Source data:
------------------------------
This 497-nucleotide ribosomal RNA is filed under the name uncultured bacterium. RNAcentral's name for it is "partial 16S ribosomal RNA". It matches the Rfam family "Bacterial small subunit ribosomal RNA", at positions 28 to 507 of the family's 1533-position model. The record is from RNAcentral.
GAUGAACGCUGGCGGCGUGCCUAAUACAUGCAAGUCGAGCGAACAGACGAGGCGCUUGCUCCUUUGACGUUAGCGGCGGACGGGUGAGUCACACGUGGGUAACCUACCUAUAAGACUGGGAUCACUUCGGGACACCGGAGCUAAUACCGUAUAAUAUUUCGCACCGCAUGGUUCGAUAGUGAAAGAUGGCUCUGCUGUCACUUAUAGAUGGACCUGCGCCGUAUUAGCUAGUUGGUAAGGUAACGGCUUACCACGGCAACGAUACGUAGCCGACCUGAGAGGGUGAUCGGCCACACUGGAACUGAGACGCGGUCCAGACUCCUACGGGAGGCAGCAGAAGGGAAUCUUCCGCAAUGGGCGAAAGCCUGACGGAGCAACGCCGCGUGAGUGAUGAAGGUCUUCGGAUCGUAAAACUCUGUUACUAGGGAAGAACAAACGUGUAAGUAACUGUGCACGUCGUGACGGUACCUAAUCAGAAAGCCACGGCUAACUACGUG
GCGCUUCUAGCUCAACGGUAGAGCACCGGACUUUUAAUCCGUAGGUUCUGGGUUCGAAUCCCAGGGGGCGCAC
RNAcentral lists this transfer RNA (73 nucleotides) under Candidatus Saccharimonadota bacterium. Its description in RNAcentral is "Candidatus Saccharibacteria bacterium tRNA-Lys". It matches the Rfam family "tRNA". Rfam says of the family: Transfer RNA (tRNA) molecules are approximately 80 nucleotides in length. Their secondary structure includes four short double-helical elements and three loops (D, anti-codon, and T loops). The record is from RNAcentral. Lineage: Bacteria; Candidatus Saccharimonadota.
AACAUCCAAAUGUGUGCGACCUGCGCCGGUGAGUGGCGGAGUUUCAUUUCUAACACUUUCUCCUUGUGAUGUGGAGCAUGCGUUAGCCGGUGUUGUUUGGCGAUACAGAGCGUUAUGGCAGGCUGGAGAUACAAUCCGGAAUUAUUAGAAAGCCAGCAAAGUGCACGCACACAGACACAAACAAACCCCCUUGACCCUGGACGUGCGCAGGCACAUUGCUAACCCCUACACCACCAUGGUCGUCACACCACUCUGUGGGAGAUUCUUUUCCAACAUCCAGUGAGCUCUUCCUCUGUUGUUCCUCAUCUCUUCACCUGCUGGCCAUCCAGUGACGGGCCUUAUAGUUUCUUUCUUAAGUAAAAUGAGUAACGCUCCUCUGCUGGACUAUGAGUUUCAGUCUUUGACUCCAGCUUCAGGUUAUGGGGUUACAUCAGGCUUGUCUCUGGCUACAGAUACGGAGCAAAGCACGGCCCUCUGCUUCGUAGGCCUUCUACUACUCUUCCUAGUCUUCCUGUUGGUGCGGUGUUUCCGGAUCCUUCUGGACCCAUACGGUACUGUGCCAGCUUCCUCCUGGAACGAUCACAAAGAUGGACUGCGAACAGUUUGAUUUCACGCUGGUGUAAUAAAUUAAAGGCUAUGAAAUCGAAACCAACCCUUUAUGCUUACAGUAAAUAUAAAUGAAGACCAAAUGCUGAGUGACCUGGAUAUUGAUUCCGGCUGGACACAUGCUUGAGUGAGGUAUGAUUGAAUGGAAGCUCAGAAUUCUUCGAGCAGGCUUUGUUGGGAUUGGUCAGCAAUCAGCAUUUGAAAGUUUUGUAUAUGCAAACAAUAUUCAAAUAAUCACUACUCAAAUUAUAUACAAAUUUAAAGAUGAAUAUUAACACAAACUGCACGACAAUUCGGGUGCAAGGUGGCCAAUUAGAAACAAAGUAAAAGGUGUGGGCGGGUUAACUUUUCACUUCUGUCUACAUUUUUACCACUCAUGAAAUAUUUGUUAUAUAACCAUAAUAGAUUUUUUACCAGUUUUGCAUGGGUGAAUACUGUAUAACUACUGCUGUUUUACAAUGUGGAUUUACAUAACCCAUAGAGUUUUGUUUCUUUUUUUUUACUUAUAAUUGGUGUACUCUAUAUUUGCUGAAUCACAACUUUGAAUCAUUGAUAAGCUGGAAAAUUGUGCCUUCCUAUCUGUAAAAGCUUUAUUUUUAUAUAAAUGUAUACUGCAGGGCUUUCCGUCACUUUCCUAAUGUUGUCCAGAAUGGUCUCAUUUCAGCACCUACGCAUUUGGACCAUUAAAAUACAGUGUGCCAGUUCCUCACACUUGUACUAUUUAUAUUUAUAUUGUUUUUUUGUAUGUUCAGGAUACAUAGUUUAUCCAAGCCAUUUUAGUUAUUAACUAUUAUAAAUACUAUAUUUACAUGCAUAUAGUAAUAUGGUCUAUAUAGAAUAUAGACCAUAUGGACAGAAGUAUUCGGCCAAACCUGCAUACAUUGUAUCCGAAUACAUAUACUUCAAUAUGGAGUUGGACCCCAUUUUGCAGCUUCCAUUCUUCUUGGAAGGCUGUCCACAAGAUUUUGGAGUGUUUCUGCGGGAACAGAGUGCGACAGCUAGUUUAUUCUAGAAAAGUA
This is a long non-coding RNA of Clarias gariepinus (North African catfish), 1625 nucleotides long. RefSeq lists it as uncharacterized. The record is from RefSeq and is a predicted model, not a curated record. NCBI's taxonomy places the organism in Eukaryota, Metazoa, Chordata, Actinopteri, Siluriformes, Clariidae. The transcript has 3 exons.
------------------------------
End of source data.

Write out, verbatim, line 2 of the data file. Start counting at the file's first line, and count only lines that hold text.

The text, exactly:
GAUGAACGCUGGCGGCGUGCCUAAUACAUGCAAGUCGAGCGAACAGACGAGGCGCUUGCUCCUUUGACGUUAGCGGCGGACGGGUGAGUCACACGUGGGUAACCUACCUAUAAGACUGGGAUCACUUCGGGACACCGGAGCUAAUACCGUAUAAUAUUUCGCACCGCAUGGUUCGAUAGUGAAAGAUGGCUCUGCUGUCACUUAUAGAUGGACCUGCGCCGUAUUAGCUAGUUGGUAAGGUAACGGCUUACCACGGCAACGAUACGUAGCCGACCUGAGAGGGUGAUCGGCCACACUGGAACUGAGACGCGGUCCAGACUCCUACGGGAGGCAGCAGAAGGGAAUCUUCCGCAAUGGGCGAAAGCCUGACGGAGCAACGCCGCGUGAGUGAUGAAGGUCUUCGGAUCGUAAAACUCUGUUACUAGGGAAGAACAAACGUGUAAGUAACUGUGCACGUCGUGACGGUACCUAAUCAGAAAGCCACGGCUAACUACGUG